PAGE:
I’m A Parent And Here’s Why I’m Voting For Donald Trump

Hear him out.

by Robert Neff
Originally Published: 

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Parents don’t take an Oath Of Office – as elected officials must do – and that fact has long puzzled me. If an officeholder is going to guide any part of our wellbeing for even a brief period of time, he or she must swear to preserve and protect those cherished rights of the citizens within the purview of that office for so long as he or she fills it. It was once a comforting feeling to see an elected representative select a cherished book or other document and swear, affirm or pledge by that document to have our best interests foremost in mind whenever options are considered or decisions are made.

Flickr / Kelley Minars

I suppose that, at some point in our evolution, we subjects could rely upon such an oath and we believed that if it were intentionally violated, some unseen force — probably the one behind that sacred item underlying the oath — would materialize and smite the perfidious bastard. At the very least, we knew that Santa would put coal in the offender’s Christmas stocking and toads would give him or her warts in all the wrong places. So much for politicians’ oaths and our reliance upon those sworn to preserve and protect; we now know that they’ll do whatever they want to and plead the Fifth Amendment to avoid any punishment.

With that established, I’m still a parent and I no longer have a reliable oath fairy to keep my government focused upon my wellbeing or that of my children. So now I am the party who must swear upon whatever I hold sacred that I’ll act in the best interests of my critters and defend them against any who might be inclined to treat them unfairly. I should have done that anyway, but along the line I missed the crossover point where we began to accept the reality that many of our elected representatives were stealing from the till and endangering our heritage. But, we know that now (if we haven’t been living on Pluto). Certainly it’s time to leave Game of Thrones and address a real problem.


Perhaps some “reverse engineering” can be useful in guiding a parent like me. Possibly I should start by listing the things I do not want to have visited upon my children and the things I do want them to have in their lives. Then I can work backward from that baseline to select the viable candidate who is less (or least) likely to allow those bad things to happen and most likely to promote the desirable. Then I should let it be known to the candidate exactly why I’m going to be a supporter, so there can be no mistake as to the mood of the constituency. Let’s give it a try:

  • I DON’T want my children to be blown to bits in a mall, at a football game or anyplace by some delusional zealot who thinks God will reward them for doing so.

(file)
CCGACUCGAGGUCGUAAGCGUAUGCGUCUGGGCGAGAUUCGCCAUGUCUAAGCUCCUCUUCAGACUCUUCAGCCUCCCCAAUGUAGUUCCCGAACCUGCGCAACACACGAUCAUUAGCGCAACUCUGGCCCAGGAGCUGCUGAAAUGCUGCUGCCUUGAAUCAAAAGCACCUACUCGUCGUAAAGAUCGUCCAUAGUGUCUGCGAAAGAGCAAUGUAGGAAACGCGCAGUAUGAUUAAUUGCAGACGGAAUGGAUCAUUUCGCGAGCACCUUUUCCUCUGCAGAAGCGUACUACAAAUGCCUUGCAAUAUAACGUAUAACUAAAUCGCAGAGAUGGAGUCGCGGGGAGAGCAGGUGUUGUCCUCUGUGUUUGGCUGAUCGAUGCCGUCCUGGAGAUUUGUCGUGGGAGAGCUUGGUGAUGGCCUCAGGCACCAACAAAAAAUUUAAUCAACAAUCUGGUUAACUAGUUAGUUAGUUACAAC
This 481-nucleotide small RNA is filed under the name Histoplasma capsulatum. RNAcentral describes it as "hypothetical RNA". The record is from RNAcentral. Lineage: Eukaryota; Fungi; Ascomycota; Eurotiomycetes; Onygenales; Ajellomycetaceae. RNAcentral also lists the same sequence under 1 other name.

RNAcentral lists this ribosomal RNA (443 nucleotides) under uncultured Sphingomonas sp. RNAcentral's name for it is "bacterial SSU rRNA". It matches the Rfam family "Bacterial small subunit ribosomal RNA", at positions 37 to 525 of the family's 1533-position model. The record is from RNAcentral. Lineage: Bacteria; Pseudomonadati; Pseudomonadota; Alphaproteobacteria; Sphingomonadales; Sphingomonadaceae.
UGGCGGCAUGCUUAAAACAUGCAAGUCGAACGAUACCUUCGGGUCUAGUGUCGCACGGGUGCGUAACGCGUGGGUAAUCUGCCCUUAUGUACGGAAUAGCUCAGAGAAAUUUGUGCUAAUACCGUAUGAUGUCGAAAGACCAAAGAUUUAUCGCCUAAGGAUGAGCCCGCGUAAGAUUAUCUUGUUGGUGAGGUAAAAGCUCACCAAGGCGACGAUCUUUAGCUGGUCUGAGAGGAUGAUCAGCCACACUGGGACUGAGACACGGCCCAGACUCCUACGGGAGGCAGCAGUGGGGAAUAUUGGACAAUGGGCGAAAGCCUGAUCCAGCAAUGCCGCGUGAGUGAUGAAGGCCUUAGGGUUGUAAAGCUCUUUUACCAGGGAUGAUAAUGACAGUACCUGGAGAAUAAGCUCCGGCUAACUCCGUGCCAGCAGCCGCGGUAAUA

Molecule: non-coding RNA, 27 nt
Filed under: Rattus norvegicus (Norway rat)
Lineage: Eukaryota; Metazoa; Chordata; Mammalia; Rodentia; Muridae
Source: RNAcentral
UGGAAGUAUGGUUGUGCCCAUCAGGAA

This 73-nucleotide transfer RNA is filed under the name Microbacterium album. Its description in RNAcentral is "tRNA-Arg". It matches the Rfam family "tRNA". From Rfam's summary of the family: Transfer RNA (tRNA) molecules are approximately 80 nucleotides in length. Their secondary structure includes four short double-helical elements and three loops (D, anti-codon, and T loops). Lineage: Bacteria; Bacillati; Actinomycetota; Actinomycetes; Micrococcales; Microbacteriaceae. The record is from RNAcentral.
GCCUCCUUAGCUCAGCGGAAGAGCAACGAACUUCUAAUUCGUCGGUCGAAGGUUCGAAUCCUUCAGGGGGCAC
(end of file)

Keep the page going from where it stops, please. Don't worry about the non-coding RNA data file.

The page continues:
• I DON’T want my kids saddled with a lifetime of debt, incurred to pay ransom to those delusional idiots or to support the lifestyles of satraps in faraway places.
  • I DO want my children to live and work in a meritocracy, where they will be more likely to achieve a better lifestyle if they are willing to do their best work and to maximize their skills.
  • I DO want to be able to pass on to my children the fruits of my lifetime work, rather than having those swept up by a government agency for redistribution as they see fit.
  • I DO want voting to be limited to those who are legitimately citizens of the constituency and who have its best interests in mind, and I want them to have to identify themselves just as they must to enter a government building, a ship or aircraft, or to vote in any other nation in the free world.
  • I DO want immigrants to my country to enter legally and to be persons who possess skills and attributes which can improve our nation – and I want them to adopt the mores and standards of their new country and to blend with their new neighbors rather than clotting in an unhappy gaggle of themselves.
  • I DON’T want my children’s loyalty to be purchased with the promise of any “entitlements” beyond those which are set forth and guaranteed in our Constitution.

Flickr / Josh Hallett

There – that wasn’t as hard to put together as I expected. I’m really saying that I have the primary responsibility for my children’s wellbeing, and I should cast my vote for the candidate who I believe will most closely work to accomplish my “DOs” and avoid my “DONTs”.

And so, I’m voting for Trump.

Robert Neff is a Cornell University graduate who served as a JAG officer in the USAF. He became an international business executive with the Rockefeller Brothers’ IBEC, then was CAO and Director of Seaboard World Airlines, a USFlag cargo carrier, now part of Federal Express Corporation. He now writes professionally and his World War II novel Uber Alles can be purchased through all major book sources.

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